From Hampstead, we travelled to Finchley to film a charming 98-year-old called Betty, with one of the most infectious smiles I’ve probably ever seen and, from there, we went to Wembley to film a lady, born in 1924, who was replacing Eric from Nightingale House who sadly died last week. Our new lady, Helen, was charming and heartbreaking. She talked about her family. “They’ve all gone” she said, “I miss them. I hope they’re all okay where they are.”

I went home on a high until I learned from young Mitch that the location we were meant to be filming in today weren’t expecting us and that the person who runs the venue - also one of our faces - was not planning to be there. They’d apparently asked someone to send an email to us telling us that filming needed to be moved to next week (when we’d have had no crew) but the email had not been sent. Some people just don’t get it! Fortunately, it was all sorted by this morning... Just!

100 Faces is certainly a roller-coaster ride and today has witnessed an even lower point... but you’ll have to wait until tomorrow to find out about Fenella Fielding...

76 faces down. 24 to go

Wednesday, 18 July 2018

Filming in the Wild West

I woke up this morning feeling like I’d been thrown under a bus during the night. Note to self: filming days are like house guests - have them for too many days on the trot and they start to smell like rotten fish! A lovely little day off would’ve rejuvenated us all... but we plough onwards. It doesn’t help that yesterday was a bit, well, bitty. We had large gaps in our filming schedule, which meant there was a great deal of waiting about. When you fall out of the rhythm of filming people back-to-back in a state of high adrenaline, you can end up feeling a little deflated!

We were in the South of London, which everyone knows is the actual Wild West. We kicked things off in Clapham. It took poor Keith-the-cam considerably more than three hours to drive down from his hotel in North London. By contrast, he could have driven all the way home to Liverpool in less time. The broken transport infrastructure in our city is almost certainly why Londoners have a reputation for being grumpy and aloof.

We spent the first part of the morning filming at Nightingale House, which is a rest home for elderly Jewish people run by a very lovely bloke called Alastair. There’s always something going on there. We were filming in the big art room, which has a large kitchen attached where a group of residents were having a cookery class. Having to get them to be quiet for a couple of minutes at a time was not the easiest task in the world. “Okay, ladies, could we have about two minutes silence whilst we do this shot?” “What did he say, Ruth?” “He told you to shut up, Hannah!” “Well that was a bit rude wasn’t it? He could have asked nicely...”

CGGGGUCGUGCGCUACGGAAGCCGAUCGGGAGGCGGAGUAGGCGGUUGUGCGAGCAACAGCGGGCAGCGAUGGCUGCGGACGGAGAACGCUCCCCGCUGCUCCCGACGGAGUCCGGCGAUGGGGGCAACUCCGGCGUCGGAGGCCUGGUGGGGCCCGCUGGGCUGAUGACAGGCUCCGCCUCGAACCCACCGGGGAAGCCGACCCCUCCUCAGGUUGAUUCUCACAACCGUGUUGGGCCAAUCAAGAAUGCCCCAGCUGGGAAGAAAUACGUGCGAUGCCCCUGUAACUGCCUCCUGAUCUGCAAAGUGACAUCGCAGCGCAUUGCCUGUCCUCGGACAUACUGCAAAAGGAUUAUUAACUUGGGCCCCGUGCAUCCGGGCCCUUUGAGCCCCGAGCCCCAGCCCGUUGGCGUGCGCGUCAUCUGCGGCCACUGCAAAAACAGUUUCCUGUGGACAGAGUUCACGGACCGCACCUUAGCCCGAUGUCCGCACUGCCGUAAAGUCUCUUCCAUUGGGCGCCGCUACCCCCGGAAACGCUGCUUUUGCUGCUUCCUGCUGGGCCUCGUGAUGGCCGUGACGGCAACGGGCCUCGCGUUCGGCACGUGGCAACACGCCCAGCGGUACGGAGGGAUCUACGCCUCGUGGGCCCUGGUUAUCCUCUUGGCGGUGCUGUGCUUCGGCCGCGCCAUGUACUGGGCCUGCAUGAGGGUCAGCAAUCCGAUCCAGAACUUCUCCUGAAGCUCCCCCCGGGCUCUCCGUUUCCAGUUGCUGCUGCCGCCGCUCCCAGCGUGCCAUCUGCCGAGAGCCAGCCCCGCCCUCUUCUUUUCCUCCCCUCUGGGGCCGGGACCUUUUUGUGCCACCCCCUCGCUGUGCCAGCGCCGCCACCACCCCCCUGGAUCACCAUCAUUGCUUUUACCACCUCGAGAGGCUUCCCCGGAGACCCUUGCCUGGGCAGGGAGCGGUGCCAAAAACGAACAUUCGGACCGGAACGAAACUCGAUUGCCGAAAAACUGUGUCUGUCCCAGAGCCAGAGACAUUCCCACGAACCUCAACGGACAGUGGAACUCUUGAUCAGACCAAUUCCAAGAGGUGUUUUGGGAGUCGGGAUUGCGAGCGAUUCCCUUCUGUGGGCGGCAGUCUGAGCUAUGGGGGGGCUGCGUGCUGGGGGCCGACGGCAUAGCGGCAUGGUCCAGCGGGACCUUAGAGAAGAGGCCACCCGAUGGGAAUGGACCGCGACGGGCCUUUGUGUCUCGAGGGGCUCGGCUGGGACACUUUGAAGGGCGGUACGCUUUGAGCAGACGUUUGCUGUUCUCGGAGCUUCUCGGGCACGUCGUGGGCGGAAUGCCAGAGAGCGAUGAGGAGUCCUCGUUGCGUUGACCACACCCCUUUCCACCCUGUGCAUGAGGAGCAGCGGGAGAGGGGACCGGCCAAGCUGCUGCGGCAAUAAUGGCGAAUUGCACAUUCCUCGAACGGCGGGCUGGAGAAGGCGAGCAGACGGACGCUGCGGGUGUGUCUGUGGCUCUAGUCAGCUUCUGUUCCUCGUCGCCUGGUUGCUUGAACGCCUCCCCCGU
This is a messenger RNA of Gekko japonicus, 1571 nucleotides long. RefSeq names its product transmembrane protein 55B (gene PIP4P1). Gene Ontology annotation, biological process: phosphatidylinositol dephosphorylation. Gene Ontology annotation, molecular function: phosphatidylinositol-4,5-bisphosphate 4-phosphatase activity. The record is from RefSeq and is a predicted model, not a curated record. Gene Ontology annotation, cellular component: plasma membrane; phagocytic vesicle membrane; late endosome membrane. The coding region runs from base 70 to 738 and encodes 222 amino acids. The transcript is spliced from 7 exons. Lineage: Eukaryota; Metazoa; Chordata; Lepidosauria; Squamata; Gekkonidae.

We filmed four people at Nightingale, starting with Harold, whom everyone calls Tiger. When I first met Harold, his teeth kept falling out, so it was almost impossible to understand him. I was very concerned the same was going to happen today and had come up with a number of contingency plans about getting him to stare wistfully into the camera in the belief that some faces tell a story without words, but his teeth had been sorted, and it instantly became clear that we were filming a East End gent who had been devastatingly handsome in his younger years, and, even at 95, was still quite the catch.

After Harold came Alex, born in 1933, who was brought up in China by Russian parents. Alex appeared wearing a straw sun hat, which turned out to be two identical sun hats, one inside the other, which gave the illusion of a double brim. I assumed it was a quirky fashion statement, and duly filmed him, although I think he perhaps hadn’t realised! I think he looked fabulous.

After Alex, we filmed 97 year-old Evelyn, who talks like the queen and was brought up in Hyde Park (London, not Leeds!) Though proudly Jewish, she was the only Jewish girl in her class at school, and spent most of her adult life in Kent, so, I suspect, has always felt a little like an outsider looking in. She’s a hugely interesting character. She once worked at the Houses of Parliament.

Last up at Nightingale was 99 year-old Phylis Miranda, whose name is as beautiful as her face. Phylis grew up in Swansea, so I’ve finally managed to tick that all-important (to me) Welshie box! She was actually a volunteer at Nightingale House before becoming a resident there which must be a somewhat strange experience.